This Judiciary Act is a law made after the Constitution and in point of time that gives it superiority to any law prior to it. It is true the Constitution does not give the Supreme Court the right to issue a Writ of Mandamus in its Original Jurisdiction, but the Judiciary Act by the 13th Section does so, and it is under this act that this action depends for its jurisdiction.

This law is the will and wish of the people and gives this plaintiff a right to a Writ of Mandamus to compel the Secretary of State, Mr. James Madison, to deliver to him his Commission and we respectfully ask this Court to grant the Writ.

Chief Justice: The Defendant's Counsel will now be heard.

Counsel for Defendant, Madison: If the Court please. We agree with Counsel for the Plaintiff that it is to be regretted that partisan politics should be referred to in this case, but of course it cannot in any way influence this honorable Court. Let it be said, however, that this case is but one of many that may be brought into this and other courts and therefore may be considered a test case.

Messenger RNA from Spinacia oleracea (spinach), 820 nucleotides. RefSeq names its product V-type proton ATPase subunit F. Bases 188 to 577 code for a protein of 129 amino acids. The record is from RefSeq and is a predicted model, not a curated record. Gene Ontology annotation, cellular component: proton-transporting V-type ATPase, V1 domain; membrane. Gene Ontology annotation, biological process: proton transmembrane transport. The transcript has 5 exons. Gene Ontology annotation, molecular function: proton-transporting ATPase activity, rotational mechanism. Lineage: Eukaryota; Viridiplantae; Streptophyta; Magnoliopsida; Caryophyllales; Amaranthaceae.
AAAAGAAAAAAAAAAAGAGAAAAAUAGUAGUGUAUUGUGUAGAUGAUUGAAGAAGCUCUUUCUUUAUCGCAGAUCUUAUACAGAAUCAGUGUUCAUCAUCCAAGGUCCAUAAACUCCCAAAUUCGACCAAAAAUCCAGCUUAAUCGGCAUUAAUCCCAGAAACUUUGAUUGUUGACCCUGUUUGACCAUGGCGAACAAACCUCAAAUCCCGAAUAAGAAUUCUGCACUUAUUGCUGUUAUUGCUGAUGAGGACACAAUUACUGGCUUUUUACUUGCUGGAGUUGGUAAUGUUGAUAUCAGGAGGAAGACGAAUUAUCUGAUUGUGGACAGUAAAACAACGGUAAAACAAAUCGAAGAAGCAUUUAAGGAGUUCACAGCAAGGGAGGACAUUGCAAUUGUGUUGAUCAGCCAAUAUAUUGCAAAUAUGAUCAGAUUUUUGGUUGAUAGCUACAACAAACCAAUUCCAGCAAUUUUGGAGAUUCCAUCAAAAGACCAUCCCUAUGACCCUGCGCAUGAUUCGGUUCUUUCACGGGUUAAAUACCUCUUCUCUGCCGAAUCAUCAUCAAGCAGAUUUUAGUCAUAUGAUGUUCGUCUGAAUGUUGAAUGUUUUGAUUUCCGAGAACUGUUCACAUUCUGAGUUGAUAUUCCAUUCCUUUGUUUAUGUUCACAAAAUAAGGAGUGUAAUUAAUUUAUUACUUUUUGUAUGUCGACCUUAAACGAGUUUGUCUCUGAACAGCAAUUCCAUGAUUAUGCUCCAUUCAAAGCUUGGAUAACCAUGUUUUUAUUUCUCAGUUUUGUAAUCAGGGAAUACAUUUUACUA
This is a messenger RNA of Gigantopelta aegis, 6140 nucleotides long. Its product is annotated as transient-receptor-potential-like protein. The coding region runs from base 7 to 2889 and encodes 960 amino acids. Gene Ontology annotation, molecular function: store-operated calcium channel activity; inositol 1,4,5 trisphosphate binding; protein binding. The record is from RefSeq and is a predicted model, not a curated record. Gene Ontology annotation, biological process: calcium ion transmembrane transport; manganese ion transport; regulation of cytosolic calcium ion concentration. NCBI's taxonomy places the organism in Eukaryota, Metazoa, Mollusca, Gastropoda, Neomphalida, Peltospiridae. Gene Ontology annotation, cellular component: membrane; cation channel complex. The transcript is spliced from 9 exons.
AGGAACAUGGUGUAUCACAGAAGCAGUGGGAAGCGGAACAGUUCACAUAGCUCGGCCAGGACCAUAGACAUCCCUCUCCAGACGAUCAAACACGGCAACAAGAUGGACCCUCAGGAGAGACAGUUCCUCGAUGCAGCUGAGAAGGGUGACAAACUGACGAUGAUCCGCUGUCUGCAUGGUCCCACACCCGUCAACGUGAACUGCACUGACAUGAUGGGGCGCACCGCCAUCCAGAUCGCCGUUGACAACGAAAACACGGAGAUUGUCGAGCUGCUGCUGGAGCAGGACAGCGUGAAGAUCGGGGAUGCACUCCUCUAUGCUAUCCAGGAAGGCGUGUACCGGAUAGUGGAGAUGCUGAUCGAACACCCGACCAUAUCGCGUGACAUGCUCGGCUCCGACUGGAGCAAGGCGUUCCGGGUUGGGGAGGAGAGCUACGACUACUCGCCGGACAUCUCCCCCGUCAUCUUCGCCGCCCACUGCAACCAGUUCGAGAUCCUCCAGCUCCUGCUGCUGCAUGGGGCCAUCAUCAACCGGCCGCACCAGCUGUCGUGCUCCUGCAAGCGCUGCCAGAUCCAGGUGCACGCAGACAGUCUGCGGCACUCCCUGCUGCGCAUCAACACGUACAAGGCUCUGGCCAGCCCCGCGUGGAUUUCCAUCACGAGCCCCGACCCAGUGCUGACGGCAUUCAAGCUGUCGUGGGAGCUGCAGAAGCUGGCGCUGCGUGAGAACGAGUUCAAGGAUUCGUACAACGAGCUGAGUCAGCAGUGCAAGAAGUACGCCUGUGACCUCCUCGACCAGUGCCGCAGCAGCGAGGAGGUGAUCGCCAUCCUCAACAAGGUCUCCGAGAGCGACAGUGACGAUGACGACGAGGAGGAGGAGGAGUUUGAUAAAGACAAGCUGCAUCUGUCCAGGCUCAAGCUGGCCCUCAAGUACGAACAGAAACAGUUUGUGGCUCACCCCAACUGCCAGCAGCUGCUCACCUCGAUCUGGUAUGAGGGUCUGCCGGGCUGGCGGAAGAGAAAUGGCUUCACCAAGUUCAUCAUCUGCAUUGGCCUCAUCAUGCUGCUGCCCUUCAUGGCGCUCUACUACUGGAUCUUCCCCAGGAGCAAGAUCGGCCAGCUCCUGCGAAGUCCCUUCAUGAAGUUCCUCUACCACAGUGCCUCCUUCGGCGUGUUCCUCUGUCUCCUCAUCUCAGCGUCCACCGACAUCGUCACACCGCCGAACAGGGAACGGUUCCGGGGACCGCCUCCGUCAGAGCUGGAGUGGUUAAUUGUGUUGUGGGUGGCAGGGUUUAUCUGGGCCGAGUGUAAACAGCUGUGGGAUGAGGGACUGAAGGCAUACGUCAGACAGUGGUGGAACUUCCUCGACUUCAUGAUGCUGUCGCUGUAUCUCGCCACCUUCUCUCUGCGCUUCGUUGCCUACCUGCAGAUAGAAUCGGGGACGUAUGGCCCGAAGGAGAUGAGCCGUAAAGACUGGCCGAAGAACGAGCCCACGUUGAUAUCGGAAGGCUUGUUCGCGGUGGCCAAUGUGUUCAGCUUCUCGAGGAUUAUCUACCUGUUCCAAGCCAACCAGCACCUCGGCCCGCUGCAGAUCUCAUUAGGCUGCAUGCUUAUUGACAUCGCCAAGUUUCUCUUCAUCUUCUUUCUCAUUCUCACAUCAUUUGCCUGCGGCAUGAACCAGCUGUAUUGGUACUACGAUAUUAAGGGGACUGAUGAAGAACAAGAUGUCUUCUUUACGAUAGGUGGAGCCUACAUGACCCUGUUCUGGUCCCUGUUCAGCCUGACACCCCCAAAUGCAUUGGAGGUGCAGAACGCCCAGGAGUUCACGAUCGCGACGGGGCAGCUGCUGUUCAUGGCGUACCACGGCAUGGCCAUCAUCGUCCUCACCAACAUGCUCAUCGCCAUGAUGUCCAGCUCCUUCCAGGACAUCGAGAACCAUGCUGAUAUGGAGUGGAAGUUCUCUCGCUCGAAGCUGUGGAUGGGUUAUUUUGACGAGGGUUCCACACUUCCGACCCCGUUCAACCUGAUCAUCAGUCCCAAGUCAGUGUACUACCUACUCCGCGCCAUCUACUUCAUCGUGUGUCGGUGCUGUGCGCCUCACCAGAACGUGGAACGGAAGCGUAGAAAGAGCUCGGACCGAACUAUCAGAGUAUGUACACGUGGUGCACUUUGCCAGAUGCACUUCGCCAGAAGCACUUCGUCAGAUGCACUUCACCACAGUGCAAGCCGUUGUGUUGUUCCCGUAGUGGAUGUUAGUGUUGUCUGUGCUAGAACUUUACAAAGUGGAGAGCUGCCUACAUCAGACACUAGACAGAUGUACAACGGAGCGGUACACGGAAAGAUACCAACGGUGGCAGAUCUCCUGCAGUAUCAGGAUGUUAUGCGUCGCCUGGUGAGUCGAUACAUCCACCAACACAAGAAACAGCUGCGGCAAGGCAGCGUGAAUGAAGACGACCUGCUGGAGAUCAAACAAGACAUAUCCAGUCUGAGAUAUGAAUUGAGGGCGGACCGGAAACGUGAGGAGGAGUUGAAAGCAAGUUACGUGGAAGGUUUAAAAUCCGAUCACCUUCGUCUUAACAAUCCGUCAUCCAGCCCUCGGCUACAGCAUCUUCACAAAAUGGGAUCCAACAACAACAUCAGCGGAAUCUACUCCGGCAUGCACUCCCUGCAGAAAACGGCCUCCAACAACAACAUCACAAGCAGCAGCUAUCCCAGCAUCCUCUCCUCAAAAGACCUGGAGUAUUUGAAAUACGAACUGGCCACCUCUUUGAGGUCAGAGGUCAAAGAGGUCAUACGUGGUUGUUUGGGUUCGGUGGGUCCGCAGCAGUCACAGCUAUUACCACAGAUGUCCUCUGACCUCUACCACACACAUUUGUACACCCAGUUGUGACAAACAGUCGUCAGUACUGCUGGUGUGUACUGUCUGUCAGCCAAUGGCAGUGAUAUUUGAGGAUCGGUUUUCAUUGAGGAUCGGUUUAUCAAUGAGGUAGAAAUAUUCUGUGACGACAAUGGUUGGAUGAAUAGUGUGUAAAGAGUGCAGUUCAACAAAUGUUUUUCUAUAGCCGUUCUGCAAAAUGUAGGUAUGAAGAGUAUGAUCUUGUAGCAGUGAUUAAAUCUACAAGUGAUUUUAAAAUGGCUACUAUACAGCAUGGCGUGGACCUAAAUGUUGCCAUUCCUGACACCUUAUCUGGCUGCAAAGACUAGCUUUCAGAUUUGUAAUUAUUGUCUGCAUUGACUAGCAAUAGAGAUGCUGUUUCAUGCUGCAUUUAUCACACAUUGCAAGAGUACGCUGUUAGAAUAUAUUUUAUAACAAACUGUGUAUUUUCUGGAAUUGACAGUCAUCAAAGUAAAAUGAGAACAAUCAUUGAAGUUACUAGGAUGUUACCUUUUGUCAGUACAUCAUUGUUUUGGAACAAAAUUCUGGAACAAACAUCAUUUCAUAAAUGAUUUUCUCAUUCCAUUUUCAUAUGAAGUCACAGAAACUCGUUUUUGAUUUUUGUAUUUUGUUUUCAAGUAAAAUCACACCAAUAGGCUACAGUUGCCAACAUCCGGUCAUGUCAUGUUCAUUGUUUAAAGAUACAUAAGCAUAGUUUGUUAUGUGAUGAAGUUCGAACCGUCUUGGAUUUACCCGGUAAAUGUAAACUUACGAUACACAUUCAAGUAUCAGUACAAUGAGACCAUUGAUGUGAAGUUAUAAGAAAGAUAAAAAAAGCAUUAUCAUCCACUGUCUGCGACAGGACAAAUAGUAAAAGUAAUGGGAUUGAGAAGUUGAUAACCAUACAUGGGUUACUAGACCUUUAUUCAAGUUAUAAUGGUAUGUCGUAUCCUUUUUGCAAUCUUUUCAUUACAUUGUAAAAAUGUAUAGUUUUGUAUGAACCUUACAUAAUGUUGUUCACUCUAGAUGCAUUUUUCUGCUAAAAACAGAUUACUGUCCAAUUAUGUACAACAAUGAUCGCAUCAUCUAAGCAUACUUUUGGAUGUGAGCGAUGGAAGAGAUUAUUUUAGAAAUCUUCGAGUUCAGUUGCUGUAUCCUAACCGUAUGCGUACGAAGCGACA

On the fourth of March, when President Adams' Administration closed, he sat up till twelve o'clock midnight signing Commissions for officials he had appointed a few days before his term expired. All these officials were members of the Federalist party and were

to hold offices that should otherwise be filled by President Jefferson, who was the leader of the RepublicanDemocrat Party. This was very perplexing and ob-' structive to his administration. This is one of the many cases where the Commission was signed too late to be delivered to the Plaintiff, and President Jefferson considers the office vacant and will appoint one of his political party to fill this office.

Now, it is admitted that the Plaintiff cannot be capacitated to execute the duties of the office of Justice of the Peace until his Commission is delivered to him, and we claim the Defendant has a right to refuse to deliver it notwithstanding the fact that it had been signed by the President, John Adams, and sealed by his Secretary of State.

But the strong arm of defense set up in this case is that the law granting the right to this action for a Writ of Mandamus is contrary to the Constitution of the United States in that it is not one of the powers granted to that Court in its Original Jurisdiction.